COMBS, Justice. The City council of Frankfort has enacted an ordinance, Section 1 of which provides:
'That all restaurants, soft drink stands and like places of business dealing in soft drinks and bottle goods, exclusive of gasoline filling stations, lying outside the business district of the City, as herein defined, shall be required to close such business establishments between the hours of 12:00 o'clock midnight and 5:00 o'clock A. M.'
The appellees, who operate a restaurant outside the business district, question the constitutionality of the ordinance. The lower court held that it 'Contains an unreasonable and unwarranted discrimination against the plaintiffs and all other persons similarly situated by reason of the exclusion from the operation and effect of said ordinance of gasoline filling stations * * *, and that the same constitutes a denial to the plaintiffs of the equal protection of the laws guaranteed to them by Section 1 of the 14th Amendment to the Constitution of the United States of America.' We agree.
It is common knowledge that many filling stations sell soft drinks, and many of them sell some form of food. Under this ordinance a restaurant owner who operates a filling station in connection with his restaurant would be permitted to remain open until 2 o'clock, while his competitor across the street, who has no filling station, would be required to close at 12. Manifestly, the ordinance is discriminatory.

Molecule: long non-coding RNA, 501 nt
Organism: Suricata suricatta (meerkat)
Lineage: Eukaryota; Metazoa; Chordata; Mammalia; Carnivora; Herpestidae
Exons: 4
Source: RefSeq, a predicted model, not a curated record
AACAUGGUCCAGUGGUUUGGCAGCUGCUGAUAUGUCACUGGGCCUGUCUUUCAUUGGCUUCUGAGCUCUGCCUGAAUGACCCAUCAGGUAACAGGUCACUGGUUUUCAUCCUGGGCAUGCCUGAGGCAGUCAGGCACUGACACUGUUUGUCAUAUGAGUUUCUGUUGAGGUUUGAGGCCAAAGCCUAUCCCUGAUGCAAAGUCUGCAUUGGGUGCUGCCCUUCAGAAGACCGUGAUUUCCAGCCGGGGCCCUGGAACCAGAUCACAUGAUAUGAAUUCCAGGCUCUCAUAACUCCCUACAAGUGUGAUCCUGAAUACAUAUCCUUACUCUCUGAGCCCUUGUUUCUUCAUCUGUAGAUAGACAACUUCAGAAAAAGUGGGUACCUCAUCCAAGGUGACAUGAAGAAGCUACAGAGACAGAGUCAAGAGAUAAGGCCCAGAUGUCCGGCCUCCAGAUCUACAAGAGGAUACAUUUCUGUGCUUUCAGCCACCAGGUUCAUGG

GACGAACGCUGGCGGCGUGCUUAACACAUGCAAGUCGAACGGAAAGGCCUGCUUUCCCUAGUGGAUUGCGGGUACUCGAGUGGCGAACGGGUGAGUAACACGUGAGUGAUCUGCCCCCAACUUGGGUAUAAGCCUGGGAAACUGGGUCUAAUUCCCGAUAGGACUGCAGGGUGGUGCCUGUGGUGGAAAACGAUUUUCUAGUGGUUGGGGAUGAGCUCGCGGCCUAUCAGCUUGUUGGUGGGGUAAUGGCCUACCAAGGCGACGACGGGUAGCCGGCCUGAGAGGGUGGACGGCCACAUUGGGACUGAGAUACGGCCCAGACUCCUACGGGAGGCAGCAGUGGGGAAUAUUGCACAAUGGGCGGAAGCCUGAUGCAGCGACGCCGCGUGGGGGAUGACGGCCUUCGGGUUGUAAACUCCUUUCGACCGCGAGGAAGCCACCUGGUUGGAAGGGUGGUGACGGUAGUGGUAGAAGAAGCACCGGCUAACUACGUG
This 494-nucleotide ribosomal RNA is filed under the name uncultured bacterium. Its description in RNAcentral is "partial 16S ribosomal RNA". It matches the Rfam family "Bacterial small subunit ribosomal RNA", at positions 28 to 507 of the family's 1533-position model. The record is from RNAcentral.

For a discussion of ordinances of a similar nature which have been condemned, see Tolliver b. Blizzard, 143 Ky. 773, 137 S.W. 509, 34 L.R.A.,N.S., 890; City of Louisville v. Kuhn, 284 Ky. 684, 145 S.W.2d 851; City of Harlan v. Scott, 290 Ky. 585, 162 S.W.2d 8; City of Jackson v. Murray-Reed-Slone & Co., 297 Ky. 1, 178 S.W.2d 847.
Other questions relating to the constitutionality of the ordinance are reserved.
The judgment is affirmed.